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Index Tracker: Long commodities vs. managed futures: what the indexes say.

Tuesday, November 16, 2010

Long Commodities vs. Managed Futures

In the previous section, Ira Kawaller argues that long-only commodities do not on the whole add to a portfolio's return over the long term. This is an ongoing debate of increasing importance as long-only commodity index investments grow.

As far as index data goes, long commodities make big returns at times and big losses at other times. The past few months demonstrated this. In September, the S&P Goldman Sachs Commodity Index gained 9.4%, but that was after losing almost 5% in August. By contrast, managed futures returns were solid for both months (Chart 1). One notices hat managed futures is less volatile and tends to vary within a narrower range.

CHART 1 Long Commodities vs. Managed Futures in Recent Months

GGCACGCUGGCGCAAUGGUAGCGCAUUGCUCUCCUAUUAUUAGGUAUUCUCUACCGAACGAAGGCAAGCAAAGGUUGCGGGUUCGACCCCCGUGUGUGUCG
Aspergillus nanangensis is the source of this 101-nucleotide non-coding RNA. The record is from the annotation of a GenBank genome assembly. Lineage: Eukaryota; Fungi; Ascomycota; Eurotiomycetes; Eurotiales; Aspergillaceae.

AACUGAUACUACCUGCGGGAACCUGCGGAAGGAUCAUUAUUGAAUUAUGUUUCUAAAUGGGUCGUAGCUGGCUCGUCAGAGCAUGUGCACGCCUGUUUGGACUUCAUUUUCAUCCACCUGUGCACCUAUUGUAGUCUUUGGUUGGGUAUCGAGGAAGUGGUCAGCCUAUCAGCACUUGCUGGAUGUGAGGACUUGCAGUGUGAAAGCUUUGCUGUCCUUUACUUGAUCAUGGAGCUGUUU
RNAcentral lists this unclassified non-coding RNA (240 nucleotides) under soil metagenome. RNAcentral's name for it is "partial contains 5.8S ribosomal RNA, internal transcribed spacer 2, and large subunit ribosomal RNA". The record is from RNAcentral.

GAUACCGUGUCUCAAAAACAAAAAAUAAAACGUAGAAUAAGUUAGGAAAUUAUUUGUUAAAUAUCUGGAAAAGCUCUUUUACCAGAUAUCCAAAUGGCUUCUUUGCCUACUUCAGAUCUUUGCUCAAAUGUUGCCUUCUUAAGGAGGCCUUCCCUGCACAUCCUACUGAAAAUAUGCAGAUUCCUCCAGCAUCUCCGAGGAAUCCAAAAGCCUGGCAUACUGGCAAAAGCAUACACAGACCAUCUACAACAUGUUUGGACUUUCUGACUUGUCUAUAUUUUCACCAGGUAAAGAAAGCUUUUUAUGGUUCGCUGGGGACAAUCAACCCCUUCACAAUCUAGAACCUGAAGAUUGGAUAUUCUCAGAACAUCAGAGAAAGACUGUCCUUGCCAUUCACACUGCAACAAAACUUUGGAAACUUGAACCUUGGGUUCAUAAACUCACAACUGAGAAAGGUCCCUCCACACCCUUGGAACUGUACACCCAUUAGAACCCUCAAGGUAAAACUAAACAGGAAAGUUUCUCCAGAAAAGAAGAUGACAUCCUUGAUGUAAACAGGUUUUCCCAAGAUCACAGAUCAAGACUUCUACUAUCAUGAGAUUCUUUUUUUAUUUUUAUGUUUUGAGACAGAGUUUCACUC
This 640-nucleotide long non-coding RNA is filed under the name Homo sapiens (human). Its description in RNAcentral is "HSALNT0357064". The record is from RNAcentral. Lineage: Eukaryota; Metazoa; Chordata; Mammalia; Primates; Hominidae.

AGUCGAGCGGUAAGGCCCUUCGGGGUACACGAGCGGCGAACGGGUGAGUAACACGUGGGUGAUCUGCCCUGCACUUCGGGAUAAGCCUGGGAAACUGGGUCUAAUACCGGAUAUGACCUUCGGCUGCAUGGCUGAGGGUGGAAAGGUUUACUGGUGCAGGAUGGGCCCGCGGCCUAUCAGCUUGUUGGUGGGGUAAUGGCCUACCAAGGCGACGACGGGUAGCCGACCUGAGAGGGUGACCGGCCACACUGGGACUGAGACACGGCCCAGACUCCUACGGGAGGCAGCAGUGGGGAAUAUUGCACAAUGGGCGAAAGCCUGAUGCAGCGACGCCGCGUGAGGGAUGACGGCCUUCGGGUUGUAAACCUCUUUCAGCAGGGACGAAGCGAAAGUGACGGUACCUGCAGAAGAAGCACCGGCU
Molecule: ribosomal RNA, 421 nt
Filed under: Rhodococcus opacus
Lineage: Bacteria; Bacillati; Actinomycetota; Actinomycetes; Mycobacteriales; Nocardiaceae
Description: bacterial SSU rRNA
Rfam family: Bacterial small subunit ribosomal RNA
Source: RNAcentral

September August
Dow Jones Credit Suisse Managed Futures 2.8% 4.9%
DJ-UBS Commodity Index 7.3% -2.6%
S&P Goldman Sachs Commodity Index 9.4% -4.9%


Look back over the years and you see a similar pattern. A long-only commodity index like the S&P GSCI can make the outsized gains, like the 33% it returned in 2007. Managed futures indexes do not show that kind of profit even in very good years, although individual CTAs can have very high returns.

On the other hand, the S&P GSCI went down by 47% in 2008, while managed futures proved its ability to act as a hedge in a market downturn (Chart 2).

The key issue is preserving capital. Long-only commodities lose so much in bad years, an investor that stays with a commodity index-based fund has less capital to take advantage of the surges. Not so with a diversified portfolio of managed futures programs. Losses are muted - so more of a long-term investor's capital is preserved for making money when market conditions favor the strategy.


This article was published in Opalesque Futures Intelligence.
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